I think this might have also be a semantic misunderstanding anyway. When I think of the word “orphan” I don’t think foster care, I think orphanages, Charles Dickens and the ragamuffins in Disney movies. I would never apply “orphan” to anyone who has lost their parents today because it has this old timey, storybook feeling . I would just say they lost their parents or they are in foster care.

    This definitely is a surprise punch in the gut among a long line of punches in the guts for people who have lost their parents. I had that experience many times as a student at CCSU with mental health. But nailing whoever’s responsible with this kind of action ultimately harms your cause. Save this response for the people who know better. Everyone is limited to their own perspective and personal experience, and will be offensive and insensitive without meaning to be.
    This looks like one of those cases, and I think it needs to be handled in a way that encourages people to change their mind. We are not fighting stigma, because stigma doesn’t exist on its own. We are trying to change the minds of people who hold views they probably don’t even realize are incorrect. You can’t beat stigma out of people you have to be understanding. Starting a big campaign for something like this makes people defensive, and they might never do it again but they won’t understand why it’s wrong, and probably harbor additional misgivings toward the group in question. This comes off as punishment for doing something wrong and it doesn’t encourage change, which is what is clearly needed.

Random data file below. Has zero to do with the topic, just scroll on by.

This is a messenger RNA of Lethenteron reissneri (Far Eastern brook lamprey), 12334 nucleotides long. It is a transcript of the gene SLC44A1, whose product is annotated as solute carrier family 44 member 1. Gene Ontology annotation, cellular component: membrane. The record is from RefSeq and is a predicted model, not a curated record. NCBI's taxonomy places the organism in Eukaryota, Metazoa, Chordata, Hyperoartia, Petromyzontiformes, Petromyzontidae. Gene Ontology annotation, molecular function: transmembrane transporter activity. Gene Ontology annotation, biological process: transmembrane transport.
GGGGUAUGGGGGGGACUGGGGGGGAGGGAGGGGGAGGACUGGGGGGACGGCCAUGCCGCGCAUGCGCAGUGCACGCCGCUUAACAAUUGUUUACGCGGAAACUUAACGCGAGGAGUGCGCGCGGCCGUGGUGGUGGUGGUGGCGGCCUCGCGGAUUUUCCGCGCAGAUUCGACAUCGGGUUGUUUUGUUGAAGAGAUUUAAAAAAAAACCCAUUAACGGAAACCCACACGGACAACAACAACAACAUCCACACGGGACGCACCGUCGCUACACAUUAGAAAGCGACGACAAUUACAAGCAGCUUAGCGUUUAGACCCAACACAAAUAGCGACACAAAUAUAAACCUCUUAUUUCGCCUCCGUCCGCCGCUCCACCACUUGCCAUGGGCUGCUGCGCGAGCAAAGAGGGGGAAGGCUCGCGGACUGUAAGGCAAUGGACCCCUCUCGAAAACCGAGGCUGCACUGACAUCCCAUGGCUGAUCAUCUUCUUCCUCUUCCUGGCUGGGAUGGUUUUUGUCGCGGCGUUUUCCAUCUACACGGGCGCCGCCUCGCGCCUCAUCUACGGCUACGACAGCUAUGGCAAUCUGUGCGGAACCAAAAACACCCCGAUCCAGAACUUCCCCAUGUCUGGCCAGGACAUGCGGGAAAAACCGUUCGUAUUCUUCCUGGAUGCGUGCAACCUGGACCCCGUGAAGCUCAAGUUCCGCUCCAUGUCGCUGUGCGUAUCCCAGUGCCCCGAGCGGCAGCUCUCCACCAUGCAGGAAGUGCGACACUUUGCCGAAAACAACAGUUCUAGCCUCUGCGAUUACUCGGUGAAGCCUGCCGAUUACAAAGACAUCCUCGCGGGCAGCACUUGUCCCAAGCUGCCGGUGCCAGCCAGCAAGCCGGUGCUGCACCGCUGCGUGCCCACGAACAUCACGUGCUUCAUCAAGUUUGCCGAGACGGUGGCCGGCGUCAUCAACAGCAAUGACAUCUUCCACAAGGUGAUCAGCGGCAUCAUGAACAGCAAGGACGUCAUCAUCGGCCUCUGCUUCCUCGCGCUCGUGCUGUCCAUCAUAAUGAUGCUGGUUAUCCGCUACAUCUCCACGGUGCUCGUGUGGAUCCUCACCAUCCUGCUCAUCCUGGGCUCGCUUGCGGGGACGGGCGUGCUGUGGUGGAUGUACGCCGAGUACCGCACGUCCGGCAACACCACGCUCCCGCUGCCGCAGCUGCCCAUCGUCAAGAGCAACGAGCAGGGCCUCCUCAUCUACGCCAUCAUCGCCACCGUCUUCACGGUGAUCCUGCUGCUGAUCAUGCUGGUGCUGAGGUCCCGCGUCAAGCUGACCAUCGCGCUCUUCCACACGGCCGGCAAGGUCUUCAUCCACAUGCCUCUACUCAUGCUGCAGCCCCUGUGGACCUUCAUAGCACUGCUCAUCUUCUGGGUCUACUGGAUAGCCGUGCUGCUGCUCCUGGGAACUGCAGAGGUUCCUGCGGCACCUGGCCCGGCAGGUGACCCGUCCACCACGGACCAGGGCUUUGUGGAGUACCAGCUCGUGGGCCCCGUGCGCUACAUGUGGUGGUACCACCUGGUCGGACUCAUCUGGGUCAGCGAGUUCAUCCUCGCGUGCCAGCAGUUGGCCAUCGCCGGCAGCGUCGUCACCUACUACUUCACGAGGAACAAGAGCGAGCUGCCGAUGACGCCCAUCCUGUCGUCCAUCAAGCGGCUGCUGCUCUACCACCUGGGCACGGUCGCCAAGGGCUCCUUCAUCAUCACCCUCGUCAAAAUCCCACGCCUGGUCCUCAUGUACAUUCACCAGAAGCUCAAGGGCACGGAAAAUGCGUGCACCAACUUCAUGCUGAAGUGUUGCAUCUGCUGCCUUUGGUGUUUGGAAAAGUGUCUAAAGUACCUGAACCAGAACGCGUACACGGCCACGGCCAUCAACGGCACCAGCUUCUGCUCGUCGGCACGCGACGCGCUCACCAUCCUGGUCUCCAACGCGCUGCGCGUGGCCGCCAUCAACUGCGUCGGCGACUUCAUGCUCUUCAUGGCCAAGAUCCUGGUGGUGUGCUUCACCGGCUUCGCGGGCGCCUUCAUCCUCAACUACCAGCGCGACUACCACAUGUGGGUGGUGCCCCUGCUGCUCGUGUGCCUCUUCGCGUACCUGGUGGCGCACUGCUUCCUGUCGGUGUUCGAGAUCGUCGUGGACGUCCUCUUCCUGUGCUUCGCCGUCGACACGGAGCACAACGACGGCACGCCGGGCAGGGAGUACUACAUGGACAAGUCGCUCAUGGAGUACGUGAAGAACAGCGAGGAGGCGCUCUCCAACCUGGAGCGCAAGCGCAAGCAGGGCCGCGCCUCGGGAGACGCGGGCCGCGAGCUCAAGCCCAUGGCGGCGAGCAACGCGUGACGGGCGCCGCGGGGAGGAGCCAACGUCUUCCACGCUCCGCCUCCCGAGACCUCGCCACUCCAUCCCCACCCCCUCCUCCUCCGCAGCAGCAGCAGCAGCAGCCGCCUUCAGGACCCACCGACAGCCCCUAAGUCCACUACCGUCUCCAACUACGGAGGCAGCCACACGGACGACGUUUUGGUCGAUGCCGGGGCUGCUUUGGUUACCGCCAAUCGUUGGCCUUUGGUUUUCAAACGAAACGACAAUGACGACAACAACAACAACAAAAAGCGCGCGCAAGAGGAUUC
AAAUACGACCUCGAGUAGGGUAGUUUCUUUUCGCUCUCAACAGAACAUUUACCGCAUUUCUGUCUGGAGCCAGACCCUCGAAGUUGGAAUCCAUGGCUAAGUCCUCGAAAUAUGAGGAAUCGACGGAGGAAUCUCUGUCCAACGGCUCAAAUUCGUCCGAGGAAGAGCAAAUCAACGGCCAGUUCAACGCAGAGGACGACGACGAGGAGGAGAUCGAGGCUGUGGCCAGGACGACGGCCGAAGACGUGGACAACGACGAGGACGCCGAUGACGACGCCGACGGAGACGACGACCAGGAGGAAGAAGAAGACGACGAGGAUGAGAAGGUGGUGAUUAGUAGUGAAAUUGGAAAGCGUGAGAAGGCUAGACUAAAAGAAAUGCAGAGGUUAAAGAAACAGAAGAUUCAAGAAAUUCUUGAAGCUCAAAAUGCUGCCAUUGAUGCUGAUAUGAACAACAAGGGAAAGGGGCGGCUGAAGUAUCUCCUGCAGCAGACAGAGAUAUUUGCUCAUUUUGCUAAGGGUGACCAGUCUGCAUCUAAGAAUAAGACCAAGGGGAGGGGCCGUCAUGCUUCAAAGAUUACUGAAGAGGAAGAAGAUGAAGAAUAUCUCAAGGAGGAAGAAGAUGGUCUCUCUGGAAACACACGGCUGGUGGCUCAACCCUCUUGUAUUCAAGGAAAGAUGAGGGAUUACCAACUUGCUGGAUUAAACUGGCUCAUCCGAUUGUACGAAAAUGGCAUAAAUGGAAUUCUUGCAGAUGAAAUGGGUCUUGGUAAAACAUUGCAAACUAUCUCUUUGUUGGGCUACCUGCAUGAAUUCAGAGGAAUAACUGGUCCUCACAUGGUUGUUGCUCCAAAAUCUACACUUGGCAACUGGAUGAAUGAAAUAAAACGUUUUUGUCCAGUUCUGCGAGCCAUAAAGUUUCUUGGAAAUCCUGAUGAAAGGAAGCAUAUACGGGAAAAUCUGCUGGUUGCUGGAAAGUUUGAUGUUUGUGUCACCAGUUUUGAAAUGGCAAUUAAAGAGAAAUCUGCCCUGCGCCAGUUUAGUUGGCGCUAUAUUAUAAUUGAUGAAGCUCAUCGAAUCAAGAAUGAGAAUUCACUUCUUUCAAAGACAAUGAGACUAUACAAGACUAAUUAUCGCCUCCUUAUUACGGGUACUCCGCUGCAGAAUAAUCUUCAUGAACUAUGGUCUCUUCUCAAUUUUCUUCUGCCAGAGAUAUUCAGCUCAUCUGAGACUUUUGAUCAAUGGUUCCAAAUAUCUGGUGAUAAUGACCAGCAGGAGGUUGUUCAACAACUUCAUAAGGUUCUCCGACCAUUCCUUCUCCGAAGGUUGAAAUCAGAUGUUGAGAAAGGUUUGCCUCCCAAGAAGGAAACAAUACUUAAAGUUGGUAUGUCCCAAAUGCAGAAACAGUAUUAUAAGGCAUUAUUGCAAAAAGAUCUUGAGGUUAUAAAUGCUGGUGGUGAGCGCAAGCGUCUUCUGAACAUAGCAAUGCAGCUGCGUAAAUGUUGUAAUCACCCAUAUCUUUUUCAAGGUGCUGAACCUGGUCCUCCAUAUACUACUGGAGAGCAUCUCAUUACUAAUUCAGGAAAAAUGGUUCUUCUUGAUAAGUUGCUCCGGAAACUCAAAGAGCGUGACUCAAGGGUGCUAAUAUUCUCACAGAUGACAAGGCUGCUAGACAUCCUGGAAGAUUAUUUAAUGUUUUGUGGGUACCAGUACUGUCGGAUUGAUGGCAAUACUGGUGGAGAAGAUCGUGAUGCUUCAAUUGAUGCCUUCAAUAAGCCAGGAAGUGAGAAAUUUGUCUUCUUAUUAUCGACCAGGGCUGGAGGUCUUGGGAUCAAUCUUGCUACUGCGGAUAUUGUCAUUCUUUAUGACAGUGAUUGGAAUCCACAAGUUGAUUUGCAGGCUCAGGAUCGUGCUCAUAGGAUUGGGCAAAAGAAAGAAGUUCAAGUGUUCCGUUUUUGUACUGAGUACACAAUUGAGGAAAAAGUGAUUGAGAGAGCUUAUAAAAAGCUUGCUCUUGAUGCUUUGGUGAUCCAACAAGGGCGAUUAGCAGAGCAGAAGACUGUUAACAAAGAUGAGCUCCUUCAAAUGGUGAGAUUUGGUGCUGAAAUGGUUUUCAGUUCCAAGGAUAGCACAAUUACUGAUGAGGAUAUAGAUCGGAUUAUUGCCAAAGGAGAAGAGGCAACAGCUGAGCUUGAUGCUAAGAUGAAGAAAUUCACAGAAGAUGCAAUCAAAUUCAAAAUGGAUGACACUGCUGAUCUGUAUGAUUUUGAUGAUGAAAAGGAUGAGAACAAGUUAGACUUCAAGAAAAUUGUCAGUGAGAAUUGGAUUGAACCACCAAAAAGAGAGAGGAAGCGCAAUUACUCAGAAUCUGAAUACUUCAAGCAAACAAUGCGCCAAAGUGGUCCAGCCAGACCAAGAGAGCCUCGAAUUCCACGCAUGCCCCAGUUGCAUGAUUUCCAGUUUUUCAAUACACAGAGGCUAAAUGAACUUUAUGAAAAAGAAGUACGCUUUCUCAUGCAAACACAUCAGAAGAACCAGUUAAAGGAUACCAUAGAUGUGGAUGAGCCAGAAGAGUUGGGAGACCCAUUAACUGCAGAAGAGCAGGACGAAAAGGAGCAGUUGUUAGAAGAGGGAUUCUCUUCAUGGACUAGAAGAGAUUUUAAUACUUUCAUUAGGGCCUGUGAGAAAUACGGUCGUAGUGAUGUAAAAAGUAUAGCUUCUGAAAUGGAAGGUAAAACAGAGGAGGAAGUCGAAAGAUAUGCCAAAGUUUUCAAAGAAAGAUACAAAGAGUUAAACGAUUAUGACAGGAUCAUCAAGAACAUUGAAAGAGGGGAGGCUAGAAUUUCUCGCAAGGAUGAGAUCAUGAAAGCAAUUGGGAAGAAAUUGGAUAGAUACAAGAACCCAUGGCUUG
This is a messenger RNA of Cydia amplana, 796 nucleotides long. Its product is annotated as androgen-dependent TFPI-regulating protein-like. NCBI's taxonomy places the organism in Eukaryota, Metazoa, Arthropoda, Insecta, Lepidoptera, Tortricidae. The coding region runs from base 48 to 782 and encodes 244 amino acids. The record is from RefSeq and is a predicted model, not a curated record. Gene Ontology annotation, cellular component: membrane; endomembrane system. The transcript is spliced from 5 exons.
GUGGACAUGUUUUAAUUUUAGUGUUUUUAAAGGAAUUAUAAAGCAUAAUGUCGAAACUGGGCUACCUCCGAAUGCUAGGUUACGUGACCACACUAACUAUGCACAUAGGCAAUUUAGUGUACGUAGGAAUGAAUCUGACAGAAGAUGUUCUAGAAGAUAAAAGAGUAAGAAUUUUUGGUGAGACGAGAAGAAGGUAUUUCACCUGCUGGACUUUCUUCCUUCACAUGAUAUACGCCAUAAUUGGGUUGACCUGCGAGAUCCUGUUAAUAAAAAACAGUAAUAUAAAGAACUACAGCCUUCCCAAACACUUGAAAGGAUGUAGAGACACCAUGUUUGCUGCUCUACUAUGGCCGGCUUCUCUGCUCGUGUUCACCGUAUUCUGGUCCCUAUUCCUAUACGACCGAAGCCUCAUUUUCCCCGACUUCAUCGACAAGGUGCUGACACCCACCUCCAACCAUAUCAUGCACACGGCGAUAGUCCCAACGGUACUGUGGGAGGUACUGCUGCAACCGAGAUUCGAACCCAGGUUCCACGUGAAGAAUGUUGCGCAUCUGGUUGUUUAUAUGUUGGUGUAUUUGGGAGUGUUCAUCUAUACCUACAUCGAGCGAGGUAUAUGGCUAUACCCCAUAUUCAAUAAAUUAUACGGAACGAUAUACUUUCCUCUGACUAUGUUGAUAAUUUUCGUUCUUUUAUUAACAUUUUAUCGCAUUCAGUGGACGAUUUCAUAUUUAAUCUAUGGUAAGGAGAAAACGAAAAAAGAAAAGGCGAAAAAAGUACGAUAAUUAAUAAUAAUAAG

Instead of making this huge deal about this, maybe contact whoever’s personally involved and explaining in a nonjudgmental way why this is a problem. If they take it down that’s their decision, either way they will have more of an understanding of the problem and probably be more aware in the future. And if they do something like this again the response can be stronger. Honestly it’s a college run TV program on community television, who would have known it existed without this reaction. And asking for a public apology from the school is ridiculous. Schools are businesses, every time they make a public apology they lose students, credibility and money. This is absolutely a punishment for the school, and one that also fosters fear when faced with issues like this instead of understanding. I don’t know Quinnipiac’s track record, or if this is a long line of refusal to change that might make this action acceptable, but this video is not enough for the reaction.

  2. Sam B. says:

    I agree with Dan! I get where people are coming from but I think what you’re saying is extreme and reading way too much into it.

  3. torry22 says:

    Hi Everyone,

    As a foster child I am going to say that this doesn’t offend me like I think it does for some people. I believe the only thing really wrong with this video is that people weren’t educated and are acting immature, but I don’t think its trying to offend anyone at all. While I went to college and didn’t have parents to send me mail, care packages or come to my school and see me… I would have done anything to have that. I see that in this video, I see young adults craving the attention for people that they don’t have in their life. I understand where people may think they are being insensitive, but I think that wasn’t the message they were trying to send.